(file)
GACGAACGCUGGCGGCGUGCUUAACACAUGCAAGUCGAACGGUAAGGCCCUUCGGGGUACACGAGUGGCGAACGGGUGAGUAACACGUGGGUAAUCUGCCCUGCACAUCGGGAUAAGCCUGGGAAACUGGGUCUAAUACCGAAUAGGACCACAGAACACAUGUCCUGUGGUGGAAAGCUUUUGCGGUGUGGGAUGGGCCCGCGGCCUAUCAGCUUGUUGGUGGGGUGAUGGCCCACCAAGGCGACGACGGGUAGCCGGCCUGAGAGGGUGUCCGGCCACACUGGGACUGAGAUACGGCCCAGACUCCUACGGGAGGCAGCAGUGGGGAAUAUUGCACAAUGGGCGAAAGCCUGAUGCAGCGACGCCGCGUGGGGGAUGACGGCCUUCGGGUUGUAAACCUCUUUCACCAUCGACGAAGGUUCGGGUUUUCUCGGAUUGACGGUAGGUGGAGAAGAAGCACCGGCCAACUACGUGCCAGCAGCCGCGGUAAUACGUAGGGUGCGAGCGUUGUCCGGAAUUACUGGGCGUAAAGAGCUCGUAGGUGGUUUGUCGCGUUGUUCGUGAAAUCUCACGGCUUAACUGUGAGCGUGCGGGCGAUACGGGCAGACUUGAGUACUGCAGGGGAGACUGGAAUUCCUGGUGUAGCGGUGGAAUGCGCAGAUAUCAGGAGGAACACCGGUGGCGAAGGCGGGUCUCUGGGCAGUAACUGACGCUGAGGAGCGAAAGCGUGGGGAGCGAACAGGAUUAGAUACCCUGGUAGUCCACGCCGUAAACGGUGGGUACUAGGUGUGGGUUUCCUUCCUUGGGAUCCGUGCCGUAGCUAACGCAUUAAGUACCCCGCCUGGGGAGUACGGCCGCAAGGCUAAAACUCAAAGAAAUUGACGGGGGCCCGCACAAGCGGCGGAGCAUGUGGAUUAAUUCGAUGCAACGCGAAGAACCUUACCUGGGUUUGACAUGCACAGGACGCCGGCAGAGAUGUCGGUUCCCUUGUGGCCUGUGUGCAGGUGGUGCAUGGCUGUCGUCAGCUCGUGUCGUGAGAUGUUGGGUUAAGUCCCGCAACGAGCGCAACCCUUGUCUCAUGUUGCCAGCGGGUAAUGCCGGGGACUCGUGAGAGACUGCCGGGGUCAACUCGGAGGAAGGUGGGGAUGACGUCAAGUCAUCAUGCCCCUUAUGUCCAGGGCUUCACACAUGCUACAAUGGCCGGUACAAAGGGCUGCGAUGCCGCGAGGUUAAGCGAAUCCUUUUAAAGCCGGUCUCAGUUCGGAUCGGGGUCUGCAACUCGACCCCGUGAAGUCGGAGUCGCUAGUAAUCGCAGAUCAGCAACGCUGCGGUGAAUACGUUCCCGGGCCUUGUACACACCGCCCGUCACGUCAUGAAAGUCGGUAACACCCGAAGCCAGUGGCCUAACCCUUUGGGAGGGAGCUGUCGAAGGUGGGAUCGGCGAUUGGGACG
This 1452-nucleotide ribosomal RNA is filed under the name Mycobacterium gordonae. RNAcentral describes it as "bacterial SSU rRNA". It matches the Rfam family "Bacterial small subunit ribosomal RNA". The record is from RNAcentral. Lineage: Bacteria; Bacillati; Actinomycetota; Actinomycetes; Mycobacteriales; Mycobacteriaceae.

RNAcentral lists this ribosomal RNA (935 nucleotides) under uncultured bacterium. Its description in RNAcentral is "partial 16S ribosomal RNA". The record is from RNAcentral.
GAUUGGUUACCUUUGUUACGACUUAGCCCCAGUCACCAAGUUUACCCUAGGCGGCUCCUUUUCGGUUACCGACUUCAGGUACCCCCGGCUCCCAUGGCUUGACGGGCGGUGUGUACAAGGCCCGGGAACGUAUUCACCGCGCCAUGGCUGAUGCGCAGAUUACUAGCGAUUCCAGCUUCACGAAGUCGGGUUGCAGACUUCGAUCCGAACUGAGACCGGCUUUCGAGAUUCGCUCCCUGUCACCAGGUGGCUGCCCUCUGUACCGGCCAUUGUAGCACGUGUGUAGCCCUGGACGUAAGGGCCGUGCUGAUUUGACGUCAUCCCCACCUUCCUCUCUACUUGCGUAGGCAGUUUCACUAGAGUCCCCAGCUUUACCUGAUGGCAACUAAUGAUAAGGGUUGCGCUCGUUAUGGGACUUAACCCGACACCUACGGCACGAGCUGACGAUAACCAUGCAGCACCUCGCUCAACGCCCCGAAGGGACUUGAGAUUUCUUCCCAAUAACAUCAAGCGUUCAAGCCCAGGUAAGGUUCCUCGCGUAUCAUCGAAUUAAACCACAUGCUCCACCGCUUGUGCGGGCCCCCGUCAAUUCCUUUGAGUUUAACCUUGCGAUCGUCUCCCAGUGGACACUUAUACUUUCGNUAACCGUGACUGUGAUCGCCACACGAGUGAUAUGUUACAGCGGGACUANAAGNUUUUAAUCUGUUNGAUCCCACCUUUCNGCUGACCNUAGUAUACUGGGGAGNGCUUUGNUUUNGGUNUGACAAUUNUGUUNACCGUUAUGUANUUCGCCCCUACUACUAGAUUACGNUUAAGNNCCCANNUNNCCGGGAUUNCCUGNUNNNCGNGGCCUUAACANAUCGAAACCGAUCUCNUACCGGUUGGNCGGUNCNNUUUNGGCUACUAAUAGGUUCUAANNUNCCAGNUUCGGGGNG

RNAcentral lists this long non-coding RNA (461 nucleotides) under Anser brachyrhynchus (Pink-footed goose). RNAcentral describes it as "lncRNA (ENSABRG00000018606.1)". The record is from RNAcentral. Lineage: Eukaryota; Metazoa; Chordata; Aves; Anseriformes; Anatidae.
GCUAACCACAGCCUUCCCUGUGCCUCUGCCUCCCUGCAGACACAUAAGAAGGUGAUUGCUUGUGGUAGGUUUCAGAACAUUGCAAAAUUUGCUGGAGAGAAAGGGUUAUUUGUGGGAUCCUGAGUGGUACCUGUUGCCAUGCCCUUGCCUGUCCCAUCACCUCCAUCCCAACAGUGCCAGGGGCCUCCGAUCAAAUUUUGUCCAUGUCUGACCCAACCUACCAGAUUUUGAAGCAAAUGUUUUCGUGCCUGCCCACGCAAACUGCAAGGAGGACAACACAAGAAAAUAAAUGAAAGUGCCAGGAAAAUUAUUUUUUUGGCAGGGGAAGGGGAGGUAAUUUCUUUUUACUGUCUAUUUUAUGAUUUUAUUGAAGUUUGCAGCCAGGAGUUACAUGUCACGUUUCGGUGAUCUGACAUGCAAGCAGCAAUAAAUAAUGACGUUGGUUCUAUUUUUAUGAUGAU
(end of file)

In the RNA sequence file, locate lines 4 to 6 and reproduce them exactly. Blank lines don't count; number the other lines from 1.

GAUUGGUUACCUUUGUUACGACUUAGCCCCAGUCACCAAGUUUACCCUAGGCGGCUCCUUUUCGGUUACCGACUUCAGGUACCCCCGGCUCCCAUGGCUUGACGGGCGGUGUGUACAAGGCCCGGGAACGUAUUCACCGCGCCAUGGCUGAUGCGCAGAUUACUAGCGAUUCCAGCUUCACGAAGUCGGGUUGCAGACUUCGAUCCGAACUGAGACCGGCUUUCGAGAUUCGCUCCCUGUCACCAGGUGGCUGCCCUCUGUACCGGCCAUUGUAGCACGUGUGUAGCCCUGGACGUAAGGGCCGUGCUGAUUUGACGUCAUCCCCACCUUCCUCUCUACUUGCGUAGGCAGUUUCACUAGAGUCCCCAGCUUUACCUGAUGGCAACUAAUGAUAAGGGUUGCGCUCGUUAUGGGACUUAACCCGACACCUACGGCACGAGCUGACGAUAACCAUGCAGCACCUCGCUCAACGCCCCGAAGGGACUUGAGAUUUCUUCCCAAUAACAUCAAGCGUUCAAGCCCAGGUAAGGUUCCUCGCGUAUCAUCGAAUUAAACCACAUGCUCCACCGCUUGUGCGGGCCCCCGUCAAUUCCUUUGAGUUUAACCUUGCGAUCGUCUCCCAGUGGACACUUAUACUUUCGNUAACCGUGACUGUGAUCGCCACACGAGUGAUAUGUUACAGCGGGACUANAAGNUUUUAAUCUGUUNGAUCCCACCUUUCNGCUGACCNUAGUAUACUGGGGAGNGCUUUGNUUUNGGUNUGACAAUUNUGUUNACCGUUAUGUANUUCGCCCCUACUACUAGAUUACGNUUAAGNNCCCANNUNNCCGGGAUUNCCUGNUNNNCGNGGCCUUAACANAUCGAAACCGAUCUCNUACCGGUUGGNCGGUNCNNUUUNGGCUACUAAUAGGUUCUAANNUNCCAGNUUCGGGGNG

RNAcentral lists this long non-coding RNA (461 nucleotides) under Anser brachyrhynchus (Pink-footed goose). RNAcentral describes it as "lncRNA (ENSABRG00000018606.1)". The record is from RNAcentral. Lineage: Eukaryota; Metazoa; Chordata; Aves; Anseriformes; Anatidae.
GCUAACCACAGCCUUCCCUGUGCCUCUGCCUCCCUGCAGACACAUAAGAAGGUGAUUGCUUGUGGUAGGUUUCAGAACAUUGCAAAAUUUGCUGGAGAGAAAGGGUUAUUUGUGGGAUCCUGAGUGGUACCUGUUGCCAUGCCCUUGCCUGUCCCAUCACCUCCAUCCCAACAGUGCCAGGGGCCUCCGAUCAAAUUUUGUCCAUGUCUGACCCAACCUACCAGAUUUUGAAGCAAAUGUUUUCGUGCCUGCCCACGCAAACUGCAAGGAGGACAACACAAGAAAAUAAAUGAAAGUGCCAGGAAAAUUAUUUUUUUGGCAGGGGAAGGGGAGGUAAUUUCUUUUUACUGUCUAUUUUAUGAUUUUAUUGAAGUUUGCAGCCAGGAGUUACAUGUCACGUUUCGGUGAUCUGACAUGCAAGCAGCAAUAAAUAAUGACGUUGGUUCUAUUUUUAUGAUGAU